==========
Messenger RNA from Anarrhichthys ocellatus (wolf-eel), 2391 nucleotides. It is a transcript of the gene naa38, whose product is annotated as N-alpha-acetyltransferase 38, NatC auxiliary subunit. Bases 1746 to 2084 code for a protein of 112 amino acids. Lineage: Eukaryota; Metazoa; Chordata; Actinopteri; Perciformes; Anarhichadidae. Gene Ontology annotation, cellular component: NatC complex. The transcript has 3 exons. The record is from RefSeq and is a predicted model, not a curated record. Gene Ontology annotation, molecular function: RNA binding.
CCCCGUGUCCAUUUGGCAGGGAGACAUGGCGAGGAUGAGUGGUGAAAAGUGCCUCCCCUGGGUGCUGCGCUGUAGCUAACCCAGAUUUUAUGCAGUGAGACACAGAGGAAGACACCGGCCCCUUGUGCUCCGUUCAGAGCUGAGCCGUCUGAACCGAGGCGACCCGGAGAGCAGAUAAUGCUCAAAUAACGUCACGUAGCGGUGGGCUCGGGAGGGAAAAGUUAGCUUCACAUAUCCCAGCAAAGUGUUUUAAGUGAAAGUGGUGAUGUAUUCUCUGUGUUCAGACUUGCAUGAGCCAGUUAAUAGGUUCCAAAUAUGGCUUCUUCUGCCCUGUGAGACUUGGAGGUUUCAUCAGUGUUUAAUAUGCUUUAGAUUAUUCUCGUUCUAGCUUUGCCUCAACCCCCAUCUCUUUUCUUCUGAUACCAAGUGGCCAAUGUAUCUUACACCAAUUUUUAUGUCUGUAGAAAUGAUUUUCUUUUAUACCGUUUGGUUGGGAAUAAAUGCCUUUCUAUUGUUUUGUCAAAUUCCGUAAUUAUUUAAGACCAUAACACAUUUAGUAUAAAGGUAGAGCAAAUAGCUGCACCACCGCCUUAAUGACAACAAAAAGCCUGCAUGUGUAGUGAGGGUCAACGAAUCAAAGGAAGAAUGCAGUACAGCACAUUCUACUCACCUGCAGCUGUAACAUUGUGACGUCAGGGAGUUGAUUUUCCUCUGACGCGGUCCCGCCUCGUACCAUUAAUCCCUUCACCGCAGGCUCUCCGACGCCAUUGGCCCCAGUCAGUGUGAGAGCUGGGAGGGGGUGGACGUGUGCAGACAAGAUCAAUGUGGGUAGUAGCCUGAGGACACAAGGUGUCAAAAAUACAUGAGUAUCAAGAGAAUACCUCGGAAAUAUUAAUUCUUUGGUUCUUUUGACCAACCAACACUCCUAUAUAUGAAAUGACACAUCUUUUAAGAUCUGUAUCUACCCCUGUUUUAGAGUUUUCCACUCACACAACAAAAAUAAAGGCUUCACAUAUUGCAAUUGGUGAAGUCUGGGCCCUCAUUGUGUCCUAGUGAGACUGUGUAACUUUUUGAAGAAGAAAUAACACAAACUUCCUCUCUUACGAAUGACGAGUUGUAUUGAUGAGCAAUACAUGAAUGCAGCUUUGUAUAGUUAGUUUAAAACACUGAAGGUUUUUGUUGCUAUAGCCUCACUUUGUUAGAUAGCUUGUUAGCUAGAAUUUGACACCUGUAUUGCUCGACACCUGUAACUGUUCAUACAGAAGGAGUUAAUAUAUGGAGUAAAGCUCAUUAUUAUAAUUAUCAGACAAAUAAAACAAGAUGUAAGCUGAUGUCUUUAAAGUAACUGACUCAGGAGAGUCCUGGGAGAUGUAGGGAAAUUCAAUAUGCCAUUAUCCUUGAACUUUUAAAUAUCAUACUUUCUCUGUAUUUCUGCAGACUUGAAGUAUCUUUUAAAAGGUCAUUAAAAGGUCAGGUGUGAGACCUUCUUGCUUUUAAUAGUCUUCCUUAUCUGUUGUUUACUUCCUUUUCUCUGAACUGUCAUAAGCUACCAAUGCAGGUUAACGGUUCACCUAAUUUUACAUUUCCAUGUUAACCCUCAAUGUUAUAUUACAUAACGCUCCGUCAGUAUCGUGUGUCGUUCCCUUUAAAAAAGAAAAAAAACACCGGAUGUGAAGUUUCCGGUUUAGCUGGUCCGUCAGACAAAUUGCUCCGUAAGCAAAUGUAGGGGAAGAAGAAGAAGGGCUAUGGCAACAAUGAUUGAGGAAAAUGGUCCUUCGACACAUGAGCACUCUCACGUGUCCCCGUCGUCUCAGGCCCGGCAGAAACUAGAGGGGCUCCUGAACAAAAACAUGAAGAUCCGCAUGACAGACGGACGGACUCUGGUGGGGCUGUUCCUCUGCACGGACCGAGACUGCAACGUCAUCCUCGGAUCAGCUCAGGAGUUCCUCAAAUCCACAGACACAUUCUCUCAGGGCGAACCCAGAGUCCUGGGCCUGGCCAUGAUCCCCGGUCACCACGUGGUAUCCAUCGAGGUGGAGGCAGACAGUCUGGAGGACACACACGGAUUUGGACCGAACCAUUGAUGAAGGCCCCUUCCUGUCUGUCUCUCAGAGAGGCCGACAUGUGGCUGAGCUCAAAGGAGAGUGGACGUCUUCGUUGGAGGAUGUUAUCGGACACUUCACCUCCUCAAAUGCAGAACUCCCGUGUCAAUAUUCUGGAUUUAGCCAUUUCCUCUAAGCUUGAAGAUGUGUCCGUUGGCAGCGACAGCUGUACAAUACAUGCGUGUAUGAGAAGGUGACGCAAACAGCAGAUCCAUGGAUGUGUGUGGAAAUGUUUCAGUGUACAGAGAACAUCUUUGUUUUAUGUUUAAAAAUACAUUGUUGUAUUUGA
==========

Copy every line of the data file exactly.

Messenger RNA from Anarrhichthys ocellatus (wolf-eel), 2391 nucleotides. It is a transcript of the gene naa38, whose product is annotated as N-alpha-acetyltransferase 38, NatC auxiliary subunit. Bases 1746 to 2084 code for a protein of 112 amino acids. Lineage: Eukaryota; Metazoa; Chordata; Actinopteri; Perciformes; Anarhichadidae. Gene Ontology annotation, cellular component: NatC complex. The transcript has 3 exons. The record is from RefSeq and is a predicted model, not a curated record. Gene Ontology annotation, molecular function: RNA binding.
CCCCGUGUCCAUUUGGCAGGGAGACAUGGCGAGGAUGAGUGGUGAAAAGUGCCUCCCCUGGGUGCUGCGCUGUAGCUAACCCAGAUUUUAUGCAGUGAGACACAGAGGAAGACACCGGCCCCUUGUGCUCCGUUCAGAGCUGAGCCGUCUGAACCGAGGCGACCCGGAGAGCAGAUAAUGCUCAAAUAACGUCACGUAGCGGUGGGCUCGGGAGGGAAAAGUUAGCUUCACAUAUCCCAGCAAAGUGUUUUAAGUGAAAGUGGUGAUGUAUUCUCUGUGUUCAGACUUGCAUGAGCCAGUUAAUAGGUUCCAAAUAUGGCUUCUUCUGCCCUGUGAGACUUGGAGGUUUCAUCAGUGUUUAAUAUGCUUUAGAUUAUUCUCGUUCUAGCUUUGCCUCAACCCCCAUCUCUUUUCUUCUGAUACCAAGUGGCCAAUGUAUCUUACACCAAUUUUUAUGUCUGUAGAAAUGAUUUUCUUUUAUACCGUUUGGUUGGGAAUAAAUGCCUUUCUAUUGUUUUGUCAAAUUCCGUAAUUAUUUAAGACCAUAACACAUUUAGUAUAAAGGUAGAGCAAAUAGCUGCACCACCGCCUUAAUGACAACAAAAAGCCUGCAUGUGUAGUGAGGGUCAACGAAUCAAAGGAAGAAUGCAGUACAGCACAUUCUACUCACCUGCAGCUGUAACAUUGUGACGUCAGGGAGUUGAUUUUCCUCUGACGCGGUCCCGCCUCGUACCAUUAAUCCCUUCACCGCAGGCUCUCCGACGCCAUUGGCCCCAGUCAGUGUGAGAGCUGGGAGGGGGUGGACGUGUGCAGACAAGAUCAAUGUGGGUAGUAGCCUGAGGACACAAGGUGUCAAAAAUACAUGAGUAUCAAGAGAAUACCUCGGAAAUAUUAAUUCUUUGGUUCUUUUGACCAACCAACACUCCUAUAUAUGAAAUGACACAUCUUUUAAGAUCUGUAUCUACCCCUGUUUUAGAGUUUUCCACUCACACAACAAAAAUAAAGGCUUCACAUAUUGCAAUUGGUGAAGUCUGGGCCCUCAUUGUGUCCUAGUGAGACUGUGUAACUUUUUGAAGAAGAAAUAACACAAACUUCCUCUCUUACGAAUGACGAGUUGUAUUGAUGAGCAAUACAUGAAUGCAGCUUUGUAUAGUUAGUUUAAAACACUGAAGGUUUUUGUUGCUAUAGCCUCACUUUGUUAGAUAGCUUGUUAGCUAGAAUUUGACACCUGUAUUGCUCGACACCUGUAACUGUUCAUACAGAAGGAGUUAAUAUAUGGAGUAAAGCUCAUUAUUAUAAUUAUCAGACAAAUAAAACAAGAUGUAAGCUGAUGUCUUUAAAGUAACUGACUCAGGAGAGUCCUGGGAGAUGUAGGGAAAUUCAAUAUGCCAUUAUCCUUGAACUUUUAAAUAUCAUACUUUCUCUGUAUUUCUGCAGACUUGAAGUAUCUUUUAAAAGGUCAUUAAAAGGUCAGGUGUGAGACCUUCUUGCUUUUAAUAGUCUUCCUUAUCUGUUGUUUACUUCCUUUUCUCUGAACUGUCAUAAGCUACCAAUGCAGGUUAACGGUUCACCUAAUUUUACAUUUCCAUGUUAACCCUCAAUGUUAUAUUACAUAACGCUCCGUCAGUAUCGUGUGUCGUUCCCUUUAAAAAAGAAAAAAAACACCGGAUGUGAAGUUUCCGGUUUAGCUGGUCCGUCAGACAAAUUGCUCCGUAAGCAAAUGUAGGGGAAGAAGAAGAAGGGCUAUGGCAACAAUGAUUGAGGAAAAUGGUCCUUCGACACAUGAGCACUCUCACGUGUCCCCGUCGUCUCAGGCCCGGCAGAAACUAGAGGGGCUCCUGAACAAAAACAUGAAGAUCCGCAUGACAGACGGACGGACUCUGGUGGGGCUGUUCCUCUGCACGGACCGAGACUGCAACGUCAUCCUCGGAUCAGCUCAGGAGUUCCUCAAAUCCACAGACACAUUCUCUCAGGGCGAACCCAGAGUCCUGGGCCUGGCCAUGAUCCCCGGUCACCACGUGGUAUCCAUCGAGGUGGAGGCAGACAGUCUGGAGGACACACACGGAUUUGGACCGAACCAUUGAUGAAGGCCCCUUCCUGUCUGUCUCUCAGAGAGGCCGACAUGUGGCUGAGCUCAAAGGAGAGUGGACGUCUUCGUUGGAGGAUGUUAUCGGACACUUCACCUCCUCAAAUGCAGAACUCCCGUGUCAAUAUUCUGGAUUUAGCCAUUUCCUCUAAGCUUGAAGAUGUGUCCGUUGGCAGCGACAGCUGUACAAUACAUGCGUGUAUGAGAAGGUGACGCAAACAGCAGAUCCAUGGAUGUGUGUGGAAAUGUUUCAGUGUACAGAGAACAUCUUUGUUUUAUGUUUAAAAAUACAUUGUUGUAUUUGA